MAPLE LEAF Geometry In Art Dimensional Design Silver Coin 20$ Canada 2016

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This is the fifth coin in the inventive new five coin "Geometry in Art" series, which reinterprets familiar Canadian emblems: the polar bear, the beaver, the caribou, the loon and the maple leaf, in a low poly art style. This edition the coin celebrates the Maple Leaf. The colors contribute to the perception of depth and shadows. Limited mintage to only 7.500 pieces in the world.

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79.95 €

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Specifications
Country Canada
Year 2016
Face Value 20 Dollars
Metal Silver
Fineness (purity) 999/1000
Weight (g) 31.83
Diameter (mm) 40
Quality Proof
Mintage (pcs) 7.500
Certificate (COA) Yes
Presentation case (box) Yes
 
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Maple Leaf
The maple leaf is the characteristic leaf of the maple tree, and is the most widely recognized national symbol of Canada. At the beginning of the eighteenth century, the settlements located in New France had attained a population of about 18,000. By this time, the maple leaf had been adopted as an emblem by the French Canadians along the Saint Lawrence River. Since 1979, the Royal Canadian Mint has produced gold, silver, platinum, and palladium bullion coins, which are officially known as Maple Leafs, as geometric maple leaves are stamped on them.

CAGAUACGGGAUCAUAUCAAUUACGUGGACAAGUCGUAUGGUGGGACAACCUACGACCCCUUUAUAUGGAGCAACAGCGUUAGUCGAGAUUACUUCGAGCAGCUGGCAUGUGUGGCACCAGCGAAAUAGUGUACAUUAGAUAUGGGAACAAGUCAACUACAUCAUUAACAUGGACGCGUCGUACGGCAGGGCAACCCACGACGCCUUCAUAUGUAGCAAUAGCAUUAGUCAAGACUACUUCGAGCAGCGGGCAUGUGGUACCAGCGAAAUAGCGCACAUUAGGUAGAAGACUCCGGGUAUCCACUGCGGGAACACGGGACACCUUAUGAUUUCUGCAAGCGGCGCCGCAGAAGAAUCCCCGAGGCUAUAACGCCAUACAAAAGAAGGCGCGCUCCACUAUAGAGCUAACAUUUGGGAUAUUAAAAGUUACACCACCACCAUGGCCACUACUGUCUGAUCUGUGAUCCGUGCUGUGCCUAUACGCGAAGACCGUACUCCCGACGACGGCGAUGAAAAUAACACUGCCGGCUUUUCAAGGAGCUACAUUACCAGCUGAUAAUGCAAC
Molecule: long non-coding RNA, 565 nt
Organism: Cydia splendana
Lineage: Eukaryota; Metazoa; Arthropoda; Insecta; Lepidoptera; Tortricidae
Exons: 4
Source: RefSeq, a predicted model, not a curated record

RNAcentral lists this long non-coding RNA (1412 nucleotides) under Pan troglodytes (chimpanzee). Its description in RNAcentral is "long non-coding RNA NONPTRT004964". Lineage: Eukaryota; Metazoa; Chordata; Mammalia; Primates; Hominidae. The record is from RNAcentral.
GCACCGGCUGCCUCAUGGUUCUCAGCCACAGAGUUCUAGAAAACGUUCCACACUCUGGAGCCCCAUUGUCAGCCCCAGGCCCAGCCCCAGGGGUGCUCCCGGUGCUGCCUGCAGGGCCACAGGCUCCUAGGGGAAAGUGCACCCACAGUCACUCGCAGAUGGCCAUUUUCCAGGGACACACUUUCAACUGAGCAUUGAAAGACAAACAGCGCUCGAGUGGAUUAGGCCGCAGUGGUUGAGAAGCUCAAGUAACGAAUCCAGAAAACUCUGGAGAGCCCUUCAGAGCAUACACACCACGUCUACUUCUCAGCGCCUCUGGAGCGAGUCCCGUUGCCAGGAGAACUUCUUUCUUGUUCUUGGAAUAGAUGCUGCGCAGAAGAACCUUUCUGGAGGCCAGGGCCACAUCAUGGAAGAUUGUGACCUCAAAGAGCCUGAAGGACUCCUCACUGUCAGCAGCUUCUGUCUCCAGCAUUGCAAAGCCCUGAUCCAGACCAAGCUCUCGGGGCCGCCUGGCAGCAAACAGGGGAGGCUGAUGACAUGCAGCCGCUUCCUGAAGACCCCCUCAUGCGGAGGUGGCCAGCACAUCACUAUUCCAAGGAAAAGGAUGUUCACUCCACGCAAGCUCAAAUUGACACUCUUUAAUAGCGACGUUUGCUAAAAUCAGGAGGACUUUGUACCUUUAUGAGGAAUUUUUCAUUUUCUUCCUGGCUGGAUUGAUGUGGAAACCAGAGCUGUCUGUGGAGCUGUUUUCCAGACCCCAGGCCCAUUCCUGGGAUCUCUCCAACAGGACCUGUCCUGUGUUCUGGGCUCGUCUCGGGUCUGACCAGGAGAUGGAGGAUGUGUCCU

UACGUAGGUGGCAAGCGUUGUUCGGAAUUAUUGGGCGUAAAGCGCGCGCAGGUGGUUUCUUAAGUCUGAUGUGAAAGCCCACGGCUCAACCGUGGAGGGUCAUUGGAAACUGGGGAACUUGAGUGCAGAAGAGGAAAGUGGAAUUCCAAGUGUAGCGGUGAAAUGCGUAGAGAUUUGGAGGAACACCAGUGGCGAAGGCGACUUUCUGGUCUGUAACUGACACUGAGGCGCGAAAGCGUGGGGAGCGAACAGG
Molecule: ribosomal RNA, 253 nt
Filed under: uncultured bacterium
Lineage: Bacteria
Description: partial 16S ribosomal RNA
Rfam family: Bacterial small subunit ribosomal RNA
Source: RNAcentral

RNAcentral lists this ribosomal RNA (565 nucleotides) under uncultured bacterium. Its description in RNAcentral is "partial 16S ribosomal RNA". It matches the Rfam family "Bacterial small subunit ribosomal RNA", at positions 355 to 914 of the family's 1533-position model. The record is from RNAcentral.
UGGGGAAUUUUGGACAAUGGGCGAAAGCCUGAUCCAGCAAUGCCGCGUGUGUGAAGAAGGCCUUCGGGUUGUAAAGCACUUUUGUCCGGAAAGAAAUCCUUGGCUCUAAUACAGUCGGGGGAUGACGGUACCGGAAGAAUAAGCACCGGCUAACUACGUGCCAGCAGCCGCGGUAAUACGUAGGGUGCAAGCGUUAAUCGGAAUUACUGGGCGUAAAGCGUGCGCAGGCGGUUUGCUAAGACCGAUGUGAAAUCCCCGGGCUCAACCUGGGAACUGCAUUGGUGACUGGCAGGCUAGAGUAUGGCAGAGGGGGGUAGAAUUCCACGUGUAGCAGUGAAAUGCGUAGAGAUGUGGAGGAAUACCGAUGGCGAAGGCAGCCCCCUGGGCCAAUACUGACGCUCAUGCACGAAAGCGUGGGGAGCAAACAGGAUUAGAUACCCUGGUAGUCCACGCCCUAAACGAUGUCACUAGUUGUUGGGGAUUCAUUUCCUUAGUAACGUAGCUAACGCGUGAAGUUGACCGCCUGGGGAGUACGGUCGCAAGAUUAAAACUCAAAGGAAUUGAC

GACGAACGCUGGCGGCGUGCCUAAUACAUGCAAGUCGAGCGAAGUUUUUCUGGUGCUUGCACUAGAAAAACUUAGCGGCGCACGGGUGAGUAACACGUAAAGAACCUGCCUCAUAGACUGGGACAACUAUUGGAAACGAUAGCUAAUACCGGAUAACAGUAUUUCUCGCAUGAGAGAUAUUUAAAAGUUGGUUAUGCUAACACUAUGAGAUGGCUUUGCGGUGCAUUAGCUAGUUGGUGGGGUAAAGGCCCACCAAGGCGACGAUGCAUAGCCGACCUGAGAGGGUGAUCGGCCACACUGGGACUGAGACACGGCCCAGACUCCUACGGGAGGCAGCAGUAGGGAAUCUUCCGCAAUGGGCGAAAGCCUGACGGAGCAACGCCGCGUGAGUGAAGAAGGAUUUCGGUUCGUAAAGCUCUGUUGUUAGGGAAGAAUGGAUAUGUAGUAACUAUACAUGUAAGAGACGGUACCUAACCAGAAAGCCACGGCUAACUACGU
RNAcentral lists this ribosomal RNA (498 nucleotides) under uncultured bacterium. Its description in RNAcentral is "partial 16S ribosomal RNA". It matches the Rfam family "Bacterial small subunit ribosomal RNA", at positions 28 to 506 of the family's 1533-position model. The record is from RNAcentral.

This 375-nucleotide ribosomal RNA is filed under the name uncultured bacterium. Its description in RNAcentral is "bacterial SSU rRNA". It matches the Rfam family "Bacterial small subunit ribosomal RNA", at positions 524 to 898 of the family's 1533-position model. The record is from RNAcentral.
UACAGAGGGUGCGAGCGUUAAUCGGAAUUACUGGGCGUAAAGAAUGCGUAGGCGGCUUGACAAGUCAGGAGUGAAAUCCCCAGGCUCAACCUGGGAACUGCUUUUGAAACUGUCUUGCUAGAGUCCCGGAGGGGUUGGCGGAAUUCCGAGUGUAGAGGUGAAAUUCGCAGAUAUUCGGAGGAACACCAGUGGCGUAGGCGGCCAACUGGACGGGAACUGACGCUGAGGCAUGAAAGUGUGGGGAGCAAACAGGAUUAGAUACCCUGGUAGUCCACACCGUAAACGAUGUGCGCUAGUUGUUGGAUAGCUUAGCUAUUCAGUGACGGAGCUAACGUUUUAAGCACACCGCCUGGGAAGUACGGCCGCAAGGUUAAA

Design

The reverse design by Canadian artist Calder Moore features an artistic representation of a Canadian forest in autumn, which provides a natural setting for Canada’s most famous emblem: the maple leaf. Geometry, technology and art intersect as the entirety of the image is presented in a low poly art style, with multiple polygon shapes coming together to form the mix of coniferous and deciduous trees on both sides of the river. A rich colour gradient in the background recreates the fading sunset as it casts a golden glow on the fall foliage, while the use of rich colour variants throughout the landscape alters our perception of shadow and light. The eye is naturally drawn to the two engraved maple leaves in the foreground, where extraordinary sculpting, cutting-edge technology and advanced finishing techniques showcase the individual polygons within each form. The geometric lines and corners lend themselves beautifully to recreating the maple leaf’s stem and serrated edges, as a gentle breeze brings both leaves tumbling onto the water’s surface to float above the rocky riverbed.

 
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